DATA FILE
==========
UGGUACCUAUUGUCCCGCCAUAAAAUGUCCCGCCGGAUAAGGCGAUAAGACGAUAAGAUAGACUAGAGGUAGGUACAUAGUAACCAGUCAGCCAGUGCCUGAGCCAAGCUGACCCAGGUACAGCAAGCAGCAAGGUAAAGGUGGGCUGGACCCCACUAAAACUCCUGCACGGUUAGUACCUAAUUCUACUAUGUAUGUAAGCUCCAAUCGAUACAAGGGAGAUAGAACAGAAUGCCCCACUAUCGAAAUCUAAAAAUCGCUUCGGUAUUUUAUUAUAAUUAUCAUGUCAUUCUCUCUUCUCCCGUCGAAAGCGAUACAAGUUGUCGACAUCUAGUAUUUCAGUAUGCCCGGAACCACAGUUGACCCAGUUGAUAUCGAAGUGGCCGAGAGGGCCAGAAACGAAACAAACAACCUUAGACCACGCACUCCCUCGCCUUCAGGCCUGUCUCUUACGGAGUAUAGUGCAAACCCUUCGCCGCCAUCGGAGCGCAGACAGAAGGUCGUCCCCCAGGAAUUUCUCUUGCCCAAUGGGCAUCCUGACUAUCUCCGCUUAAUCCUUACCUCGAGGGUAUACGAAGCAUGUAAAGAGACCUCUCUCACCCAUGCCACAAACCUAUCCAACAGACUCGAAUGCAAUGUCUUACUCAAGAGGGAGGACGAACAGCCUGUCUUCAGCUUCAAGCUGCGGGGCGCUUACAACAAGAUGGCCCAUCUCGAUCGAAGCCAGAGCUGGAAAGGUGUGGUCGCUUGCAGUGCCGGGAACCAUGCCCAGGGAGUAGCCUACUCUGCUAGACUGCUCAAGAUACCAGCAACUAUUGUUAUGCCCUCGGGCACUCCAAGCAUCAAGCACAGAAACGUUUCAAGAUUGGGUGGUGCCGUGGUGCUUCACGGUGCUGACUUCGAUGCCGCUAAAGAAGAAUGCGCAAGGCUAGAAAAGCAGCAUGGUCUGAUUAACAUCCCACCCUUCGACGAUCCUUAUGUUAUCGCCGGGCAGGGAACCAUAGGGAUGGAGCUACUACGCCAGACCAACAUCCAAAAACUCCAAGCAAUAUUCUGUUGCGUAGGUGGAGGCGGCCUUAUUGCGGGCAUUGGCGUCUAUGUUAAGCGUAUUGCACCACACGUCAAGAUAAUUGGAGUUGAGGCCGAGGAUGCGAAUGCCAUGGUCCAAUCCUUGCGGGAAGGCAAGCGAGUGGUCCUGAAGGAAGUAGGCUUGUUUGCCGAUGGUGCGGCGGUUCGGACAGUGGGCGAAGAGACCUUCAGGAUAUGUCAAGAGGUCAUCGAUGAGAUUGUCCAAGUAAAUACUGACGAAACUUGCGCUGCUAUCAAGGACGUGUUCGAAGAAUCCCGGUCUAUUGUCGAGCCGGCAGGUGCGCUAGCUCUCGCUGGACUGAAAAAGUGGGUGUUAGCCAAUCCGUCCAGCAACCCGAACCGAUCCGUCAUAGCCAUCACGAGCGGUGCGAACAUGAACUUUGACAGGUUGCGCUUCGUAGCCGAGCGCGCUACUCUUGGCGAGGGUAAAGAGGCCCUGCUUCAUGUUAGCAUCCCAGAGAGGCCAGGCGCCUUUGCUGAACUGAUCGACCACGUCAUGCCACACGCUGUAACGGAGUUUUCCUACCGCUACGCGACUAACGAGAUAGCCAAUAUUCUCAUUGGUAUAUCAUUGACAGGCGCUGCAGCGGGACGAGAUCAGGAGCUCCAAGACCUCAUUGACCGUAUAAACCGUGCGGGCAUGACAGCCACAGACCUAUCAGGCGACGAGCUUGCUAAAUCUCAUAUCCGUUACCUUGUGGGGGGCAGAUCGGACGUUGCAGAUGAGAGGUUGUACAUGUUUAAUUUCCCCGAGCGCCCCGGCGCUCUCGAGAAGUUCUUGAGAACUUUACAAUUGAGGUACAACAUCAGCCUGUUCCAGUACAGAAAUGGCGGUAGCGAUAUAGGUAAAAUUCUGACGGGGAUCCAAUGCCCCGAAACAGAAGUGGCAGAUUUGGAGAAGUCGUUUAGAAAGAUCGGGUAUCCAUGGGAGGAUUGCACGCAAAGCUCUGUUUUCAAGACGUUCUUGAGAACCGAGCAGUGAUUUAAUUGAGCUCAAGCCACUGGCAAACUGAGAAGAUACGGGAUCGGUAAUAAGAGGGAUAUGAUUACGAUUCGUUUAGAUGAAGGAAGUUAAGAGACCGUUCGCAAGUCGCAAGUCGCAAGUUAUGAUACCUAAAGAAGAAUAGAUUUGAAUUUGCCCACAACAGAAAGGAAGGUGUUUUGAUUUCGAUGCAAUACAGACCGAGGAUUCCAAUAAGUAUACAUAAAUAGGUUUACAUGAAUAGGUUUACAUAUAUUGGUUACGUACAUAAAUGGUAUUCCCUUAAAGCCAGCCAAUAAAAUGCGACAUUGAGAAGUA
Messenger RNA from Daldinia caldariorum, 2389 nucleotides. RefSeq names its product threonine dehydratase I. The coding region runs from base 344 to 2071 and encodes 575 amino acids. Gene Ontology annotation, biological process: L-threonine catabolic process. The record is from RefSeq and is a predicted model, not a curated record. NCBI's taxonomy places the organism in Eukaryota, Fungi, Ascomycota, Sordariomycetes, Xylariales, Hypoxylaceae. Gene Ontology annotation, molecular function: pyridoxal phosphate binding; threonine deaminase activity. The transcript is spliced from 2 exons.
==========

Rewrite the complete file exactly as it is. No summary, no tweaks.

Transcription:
UGGUACCUAUUGUCCCGCCAUAAAAUGUCCCGCCGGAUAAGGCGAUAAGACGAUAAGAUAGACUAGAGGUAGGUACAUAGUAACCAGUCAGCCAGUGCCUGAGCCAAGCUGACCCAGGUACAGCAAGCAGCAAGGUAAAGGUGGGCUGGACCCCACUAAAACUCCUGCACGGUUAGUACCUAAUUCUACUAUGUAUGUAAGCUCCAAUCGAUACAAGGGAGAUAGAACAGAAUGCCCCACUAUCGAAAUCUAAAAAUCGCUUCGGUAUUUUAUUAUAAUUAUCAUGUCAUUCUCUCUUCUCCCGUCGAAAGCGAUACAAGUUGUCGACAUCUAGUAUUUCAGUAUGCCCGGAACCACAGUUGACCCAGUUGAUAUCGAAGUGGCCGAGAGGGCCAGAAACGAAACAAACAACCUUAGACCACGCACUCCCUCGCCUUCAGGCCUGUCUCUUACGGAGUAUAGUGCAAACCCUUCGCCGCCAUCGGAGCGCAGACAGAAGGUCGUCCCCCAGGAAUUUCUCUUGCCCAAUGGGCAUCCUGACUAUCUCCGCUUAAUCCUUACCUCGAGGGUAUACGAAGCAUGUAAAGAGACCUCUCUCACCCAUGCCACAAACCUAUCCAACAGACUCGAAUGCAAUGUCUUACUCAAGAGGGAGGACGAACAGCCUGUCUUCAGCUUCAAGCUGCGGGGCGCUUACAACAAGAUGGCCCAUCUCGAUCGAAGCCAGAGCUGGAAAGGUGUGGUCGCUUGCAGUGCCGGGAACCAUGCCCAGGGAGUAGCCUACUCUGCUAGACUGCUCAAGAUACCAGCAACUAUUGUUAUGCCCUCGGGCACUCCAAGCAUCAAGCACAGAAACGUUUCAAGAUUGGGUGGUGCCGUGGUGCUUCACGGUGCUGACUUCGAUGCCGCUAAAGAAGAAUGCGCAAGGCUAGAAAAGCAGCAUGGUCUGAUUAACAUCCCACCCUUCGACGAUCCUUAUGUUAUCGCCGGGCAGGGAACCAUAGGGAUGGAGCUACUACGCCAGACCAACAUCCAAAAACUCCAAGCAAUAUUCUGUUGCGUAGGUGGAGGCGGCCUUAUUGCGGGCAUUGGCGUCUAUGUUAAGCGUAUUGCACCACACGUCAAGAUAAUUGGAGUUGAGGCCGAGGAUGCGAAUGCCAUGGUCCAAUCCUUGCGGGAAGGCAAGCGAGUGGUCCUGAAGGAAGUAGGCUUGUUUGCCGAUGGUGCGGCGGUUCGGACAGUGGGCGAAGAGACCUUCAGGAUAUGUCAAGAGGUCAUCGAUGAGAUUGUCCAAGUAAAUACUGACGAAACUUGCGCUGCUAUCAAGGACGUGUUCGAAGAAUCCCGGUCUAUUGUCGAGCCGGCAGGUGCGCUAGCUCUCGCUGGACUGAAAAAGUGGGUGUUAGCCAAUCCGUCCAGCAACCCGAACCGAUCCGUCAUAGCCAUCACGAGCGGUGCGAACAUGAACUUUGACAGGUUGCGCUUCGUAGCCGAGCGCGCUACUCUUGGCGAGGGUAAAGAGGCCCUGCUUCAUGUUAGCAUCCCAGAGAGGCCAGGCGCCUUUGCUGAACUGAUCGACCACGUCAUGCCACACGCUGUAACGGAGUUUUCCUACCGCUACGCGACUAACGAGAUAGCCAAUAUUCUCAUUGGUAUAUCAUUGACAGGCGCUGCAGCGGGACGAGAUCAGGAGCUCCAAGACCUCAUUGACCGUAUAAACCGUGCGGGCAUGACAGCCACAGACCUAUCAGGCGACGAGCUUGCUAAAUCUCAUAUCCGUUACCUUGUGGGGGGCAGAUCGGACGUUGCAGAUGAGAGGUUGUACAUGUUUAAUUUCCCCGAGCGCCCCGGCGCUCUCGAGAAGUUCUUGAGAACUUUACAAUUGAGGUACAACAUCAGCCUGUUCCAGUACAGAAAUGGCGGUAGCGAUAUAGGUAAAAUUCUGACGGGGAUCCAAUGCCCCGAAACAGAAGUGGCAGAUUUGGAGAAGUCGUUUAGAAAGAUCGGGUAUCCAUGGGAGGAUUGCACGCAAAGCUCUGUUUUCAAGACGUUCUUGAGAACCGAGCAGUGAUUUAAUUGAGCUCAAGCCACUGGCAAACUGAGAAGAUACGGGAUCGGUAAUAAGAGGGAUAUGAUUACGAUUCGUUUAGAUGAAGGAAGUUAAGAGACCGUUCGCAAGUCGCAAGUCGCAAGUUAUGAUACCUAAAGAAGAAUAGAUUUGAAUUUGCCCACAACAGAAAGGAAGGUGUUUUGAUUUCGAUGCAAUACAGACCGAGGAUUCCAAUAAGUAUACAUAAAUAGGUUUACAUGAAUAGGUUUACAUAUAUUGGUUACGUACAUAAAUGGUAUUCCCUUAAAGCCAGCCAAUAAAAUGCGACAUUGAGAAGUA
Messenger RNA from Daldinia caldariorum, 2389 nucleotides. RefSeq names its product threonine dehydratase I. The coding region runs from base 344 to 2071 and encodes 575 amino acids. Gene Ontology annotation, biological process: L-threonine catabolic process. The record is from RefSeq and is a predicted model, not a curated record. NCBI's taxonomy places the organism in Eukaryota, Fungi, Ascomycota, Sordariomycetes, Xylariales, Hypoxylaceae. Gene Ontology annotation, molecular function: pyridoxal phosphate binding; threonine deaminase activity. The transcript is spliced from 2 exons.